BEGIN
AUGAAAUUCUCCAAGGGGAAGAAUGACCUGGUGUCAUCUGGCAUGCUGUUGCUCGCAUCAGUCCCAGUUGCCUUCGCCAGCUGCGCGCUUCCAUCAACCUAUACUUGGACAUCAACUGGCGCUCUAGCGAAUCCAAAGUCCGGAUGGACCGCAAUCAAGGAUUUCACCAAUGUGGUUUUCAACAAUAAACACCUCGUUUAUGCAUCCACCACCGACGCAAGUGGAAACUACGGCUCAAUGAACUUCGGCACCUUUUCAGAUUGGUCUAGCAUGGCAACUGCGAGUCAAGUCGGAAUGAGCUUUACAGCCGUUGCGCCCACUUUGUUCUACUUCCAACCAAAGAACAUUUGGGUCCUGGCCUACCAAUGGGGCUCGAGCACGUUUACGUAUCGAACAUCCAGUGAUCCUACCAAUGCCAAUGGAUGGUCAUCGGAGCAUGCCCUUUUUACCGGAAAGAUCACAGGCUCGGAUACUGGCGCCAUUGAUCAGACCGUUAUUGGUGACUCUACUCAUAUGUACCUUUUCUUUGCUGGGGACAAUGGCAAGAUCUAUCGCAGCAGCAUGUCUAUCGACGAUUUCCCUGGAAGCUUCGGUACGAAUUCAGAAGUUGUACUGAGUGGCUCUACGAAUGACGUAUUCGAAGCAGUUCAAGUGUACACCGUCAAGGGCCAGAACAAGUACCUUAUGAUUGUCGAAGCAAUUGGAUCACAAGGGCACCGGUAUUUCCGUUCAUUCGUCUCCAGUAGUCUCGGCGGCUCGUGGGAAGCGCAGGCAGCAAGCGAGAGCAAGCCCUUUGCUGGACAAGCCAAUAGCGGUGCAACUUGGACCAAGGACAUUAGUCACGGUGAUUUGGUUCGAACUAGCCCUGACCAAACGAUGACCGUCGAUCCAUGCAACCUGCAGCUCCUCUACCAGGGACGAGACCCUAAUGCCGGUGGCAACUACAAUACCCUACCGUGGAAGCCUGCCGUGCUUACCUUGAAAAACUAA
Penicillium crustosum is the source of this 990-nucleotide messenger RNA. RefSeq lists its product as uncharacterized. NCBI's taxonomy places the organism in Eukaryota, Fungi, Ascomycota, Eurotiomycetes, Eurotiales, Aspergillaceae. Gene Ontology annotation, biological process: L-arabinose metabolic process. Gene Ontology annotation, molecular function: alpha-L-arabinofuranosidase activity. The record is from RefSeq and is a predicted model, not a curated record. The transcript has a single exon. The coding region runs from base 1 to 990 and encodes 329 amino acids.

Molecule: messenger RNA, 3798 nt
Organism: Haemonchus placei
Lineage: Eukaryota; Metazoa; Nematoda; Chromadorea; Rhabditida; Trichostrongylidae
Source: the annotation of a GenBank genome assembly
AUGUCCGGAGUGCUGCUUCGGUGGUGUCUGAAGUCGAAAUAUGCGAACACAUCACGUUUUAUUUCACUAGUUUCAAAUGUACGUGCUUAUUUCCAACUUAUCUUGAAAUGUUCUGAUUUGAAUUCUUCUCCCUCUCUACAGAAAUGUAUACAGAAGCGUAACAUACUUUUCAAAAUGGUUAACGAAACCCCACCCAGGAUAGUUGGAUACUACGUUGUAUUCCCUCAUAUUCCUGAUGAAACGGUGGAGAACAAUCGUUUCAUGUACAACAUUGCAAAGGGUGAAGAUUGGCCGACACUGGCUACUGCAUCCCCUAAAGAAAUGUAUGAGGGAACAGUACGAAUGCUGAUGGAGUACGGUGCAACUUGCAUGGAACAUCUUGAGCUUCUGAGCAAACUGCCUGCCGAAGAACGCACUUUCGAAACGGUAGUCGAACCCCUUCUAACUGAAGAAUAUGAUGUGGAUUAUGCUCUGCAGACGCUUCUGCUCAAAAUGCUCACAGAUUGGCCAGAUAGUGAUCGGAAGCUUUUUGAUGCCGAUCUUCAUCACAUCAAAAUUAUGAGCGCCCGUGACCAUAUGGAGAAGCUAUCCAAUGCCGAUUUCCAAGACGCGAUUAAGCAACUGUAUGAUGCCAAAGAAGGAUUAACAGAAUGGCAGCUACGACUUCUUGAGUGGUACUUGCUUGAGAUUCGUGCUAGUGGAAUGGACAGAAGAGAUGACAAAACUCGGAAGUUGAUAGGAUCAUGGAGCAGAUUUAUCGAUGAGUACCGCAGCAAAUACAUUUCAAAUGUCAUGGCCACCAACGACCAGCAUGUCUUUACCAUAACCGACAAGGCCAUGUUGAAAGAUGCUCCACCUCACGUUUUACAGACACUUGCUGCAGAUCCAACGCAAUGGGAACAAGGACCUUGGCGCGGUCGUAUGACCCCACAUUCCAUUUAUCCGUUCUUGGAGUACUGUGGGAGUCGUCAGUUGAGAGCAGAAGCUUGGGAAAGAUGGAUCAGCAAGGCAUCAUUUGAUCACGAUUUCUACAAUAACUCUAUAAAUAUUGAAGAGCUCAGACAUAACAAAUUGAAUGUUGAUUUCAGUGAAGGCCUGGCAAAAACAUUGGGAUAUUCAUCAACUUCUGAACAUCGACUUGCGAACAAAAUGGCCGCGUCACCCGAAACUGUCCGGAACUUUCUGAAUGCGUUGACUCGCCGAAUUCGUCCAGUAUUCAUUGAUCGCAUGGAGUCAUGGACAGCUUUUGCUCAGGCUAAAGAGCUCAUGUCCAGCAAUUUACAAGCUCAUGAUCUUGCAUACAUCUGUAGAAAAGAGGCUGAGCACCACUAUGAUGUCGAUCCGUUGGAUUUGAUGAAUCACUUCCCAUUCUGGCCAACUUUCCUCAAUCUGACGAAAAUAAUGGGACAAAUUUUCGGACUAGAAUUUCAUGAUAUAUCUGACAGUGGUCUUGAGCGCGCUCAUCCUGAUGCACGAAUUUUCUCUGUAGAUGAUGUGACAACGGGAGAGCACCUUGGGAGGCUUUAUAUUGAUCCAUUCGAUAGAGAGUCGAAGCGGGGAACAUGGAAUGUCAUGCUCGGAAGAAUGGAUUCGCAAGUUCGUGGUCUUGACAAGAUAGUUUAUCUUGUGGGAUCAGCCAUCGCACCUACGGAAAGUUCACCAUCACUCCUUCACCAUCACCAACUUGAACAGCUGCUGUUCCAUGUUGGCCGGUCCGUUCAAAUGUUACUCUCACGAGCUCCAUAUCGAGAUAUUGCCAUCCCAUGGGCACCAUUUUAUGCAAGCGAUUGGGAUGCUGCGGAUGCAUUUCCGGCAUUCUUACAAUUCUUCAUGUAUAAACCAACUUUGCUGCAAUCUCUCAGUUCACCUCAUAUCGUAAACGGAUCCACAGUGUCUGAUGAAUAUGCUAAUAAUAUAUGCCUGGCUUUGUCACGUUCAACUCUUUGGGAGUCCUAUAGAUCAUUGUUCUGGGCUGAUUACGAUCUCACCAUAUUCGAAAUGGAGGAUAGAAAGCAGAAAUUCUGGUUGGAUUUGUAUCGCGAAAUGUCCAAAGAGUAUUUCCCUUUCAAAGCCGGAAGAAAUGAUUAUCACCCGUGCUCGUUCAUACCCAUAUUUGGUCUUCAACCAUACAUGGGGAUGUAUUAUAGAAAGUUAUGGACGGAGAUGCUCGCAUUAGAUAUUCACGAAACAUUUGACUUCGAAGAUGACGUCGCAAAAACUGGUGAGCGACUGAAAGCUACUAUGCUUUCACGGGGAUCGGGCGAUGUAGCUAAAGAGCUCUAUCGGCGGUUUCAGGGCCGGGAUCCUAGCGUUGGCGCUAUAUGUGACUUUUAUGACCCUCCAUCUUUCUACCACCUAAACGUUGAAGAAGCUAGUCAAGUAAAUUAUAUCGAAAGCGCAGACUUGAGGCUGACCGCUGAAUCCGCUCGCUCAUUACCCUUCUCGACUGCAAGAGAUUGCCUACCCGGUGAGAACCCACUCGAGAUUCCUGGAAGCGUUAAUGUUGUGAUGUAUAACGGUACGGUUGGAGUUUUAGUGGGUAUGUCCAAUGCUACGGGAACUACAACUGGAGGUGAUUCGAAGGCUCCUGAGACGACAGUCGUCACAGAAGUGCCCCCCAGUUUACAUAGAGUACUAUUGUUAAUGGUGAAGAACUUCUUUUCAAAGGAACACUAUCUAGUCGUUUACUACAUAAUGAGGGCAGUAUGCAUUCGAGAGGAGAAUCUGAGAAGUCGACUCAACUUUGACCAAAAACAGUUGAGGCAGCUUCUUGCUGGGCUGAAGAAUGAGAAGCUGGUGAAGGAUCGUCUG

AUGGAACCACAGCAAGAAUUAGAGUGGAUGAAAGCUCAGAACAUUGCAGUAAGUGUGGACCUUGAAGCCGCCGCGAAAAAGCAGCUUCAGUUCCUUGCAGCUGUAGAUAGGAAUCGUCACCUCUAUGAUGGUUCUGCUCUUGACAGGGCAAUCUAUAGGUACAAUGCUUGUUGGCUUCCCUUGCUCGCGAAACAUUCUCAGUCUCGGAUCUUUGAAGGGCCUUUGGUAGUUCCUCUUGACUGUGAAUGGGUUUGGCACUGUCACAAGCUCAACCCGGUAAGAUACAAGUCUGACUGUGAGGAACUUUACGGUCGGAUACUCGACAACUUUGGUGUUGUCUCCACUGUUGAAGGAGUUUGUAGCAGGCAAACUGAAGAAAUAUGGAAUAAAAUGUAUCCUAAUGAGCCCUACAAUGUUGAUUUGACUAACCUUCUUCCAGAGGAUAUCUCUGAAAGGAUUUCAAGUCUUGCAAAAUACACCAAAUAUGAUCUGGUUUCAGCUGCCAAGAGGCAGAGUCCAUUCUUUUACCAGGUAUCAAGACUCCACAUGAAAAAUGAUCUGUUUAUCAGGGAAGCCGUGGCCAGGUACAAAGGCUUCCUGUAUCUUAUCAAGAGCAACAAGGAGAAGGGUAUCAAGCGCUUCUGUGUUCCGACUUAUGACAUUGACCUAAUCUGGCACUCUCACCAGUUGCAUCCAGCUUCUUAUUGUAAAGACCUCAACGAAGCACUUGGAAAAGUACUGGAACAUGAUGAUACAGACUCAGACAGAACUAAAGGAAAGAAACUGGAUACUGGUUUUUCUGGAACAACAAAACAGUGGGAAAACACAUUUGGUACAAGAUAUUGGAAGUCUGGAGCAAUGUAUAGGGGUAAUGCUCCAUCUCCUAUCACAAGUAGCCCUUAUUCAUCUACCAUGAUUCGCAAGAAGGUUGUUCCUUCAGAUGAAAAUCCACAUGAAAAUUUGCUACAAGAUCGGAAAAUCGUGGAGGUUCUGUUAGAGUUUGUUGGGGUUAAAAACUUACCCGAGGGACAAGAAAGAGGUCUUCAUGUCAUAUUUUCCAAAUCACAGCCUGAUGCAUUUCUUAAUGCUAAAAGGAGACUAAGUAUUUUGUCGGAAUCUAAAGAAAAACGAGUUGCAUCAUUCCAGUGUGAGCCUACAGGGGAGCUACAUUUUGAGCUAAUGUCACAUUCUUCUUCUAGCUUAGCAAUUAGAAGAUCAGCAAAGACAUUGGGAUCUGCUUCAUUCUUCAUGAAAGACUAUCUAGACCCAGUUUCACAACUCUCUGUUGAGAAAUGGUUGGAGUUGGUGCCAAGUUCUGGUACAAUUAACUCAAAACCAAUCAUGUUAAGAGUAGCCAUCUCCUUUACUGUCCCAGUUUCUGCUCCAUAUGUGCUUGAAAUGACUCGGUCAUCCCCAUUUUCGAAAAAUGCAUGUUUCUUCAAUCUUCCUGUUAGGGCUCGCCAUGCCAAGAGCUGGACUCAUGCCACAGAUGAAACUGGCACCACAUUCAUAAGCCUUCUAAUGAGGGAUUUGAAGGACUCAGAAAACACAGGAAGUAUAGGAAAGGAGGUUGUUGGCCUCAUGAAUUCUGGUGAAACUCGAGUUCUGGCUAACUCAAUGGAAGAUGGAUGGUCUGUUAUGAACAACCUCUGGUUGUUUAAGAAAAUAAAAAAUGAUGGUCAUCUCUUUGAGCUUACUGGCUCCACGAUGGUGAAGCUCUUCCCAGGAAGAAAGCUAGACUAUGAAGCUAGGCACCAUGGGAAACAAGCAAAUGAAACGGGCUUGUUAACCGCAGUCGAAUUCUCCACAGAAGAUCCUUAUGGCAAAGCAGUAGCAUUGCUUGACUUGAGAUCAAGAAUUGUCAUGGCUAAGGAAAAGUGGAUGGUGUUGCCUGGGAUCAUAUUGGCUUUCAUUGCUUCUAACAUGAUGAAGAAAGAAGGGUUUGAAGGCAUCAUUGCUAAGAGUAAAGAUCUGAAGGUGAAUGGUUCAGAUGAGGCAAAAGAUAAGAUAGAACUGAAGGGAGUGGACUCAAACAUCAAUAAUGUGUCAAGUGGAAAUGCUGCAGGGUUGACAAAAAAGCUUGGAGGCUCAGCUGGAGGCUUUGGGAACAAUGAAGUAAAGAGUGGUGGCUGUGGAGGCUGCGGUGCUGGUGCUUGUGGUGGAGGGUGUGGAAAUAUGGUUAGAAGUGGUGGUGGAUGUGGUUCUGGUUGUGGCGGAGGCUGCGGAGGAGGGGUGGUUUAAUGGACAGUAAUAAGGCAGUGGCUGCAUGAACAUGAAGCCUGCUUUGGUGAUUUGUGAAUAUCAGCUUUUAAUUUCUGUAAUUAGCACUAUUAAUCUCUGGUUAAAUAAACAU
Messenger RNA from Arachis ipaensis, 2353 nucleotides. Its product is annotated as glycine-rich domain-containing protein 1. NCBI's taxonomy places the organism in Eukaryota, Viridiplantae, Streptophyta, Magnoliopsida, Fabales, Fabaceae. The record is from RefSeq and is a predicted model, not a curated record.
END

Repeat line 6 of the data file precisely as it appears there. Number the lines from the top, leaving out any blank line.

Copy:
Source: the annotation of a GenBank genome assembly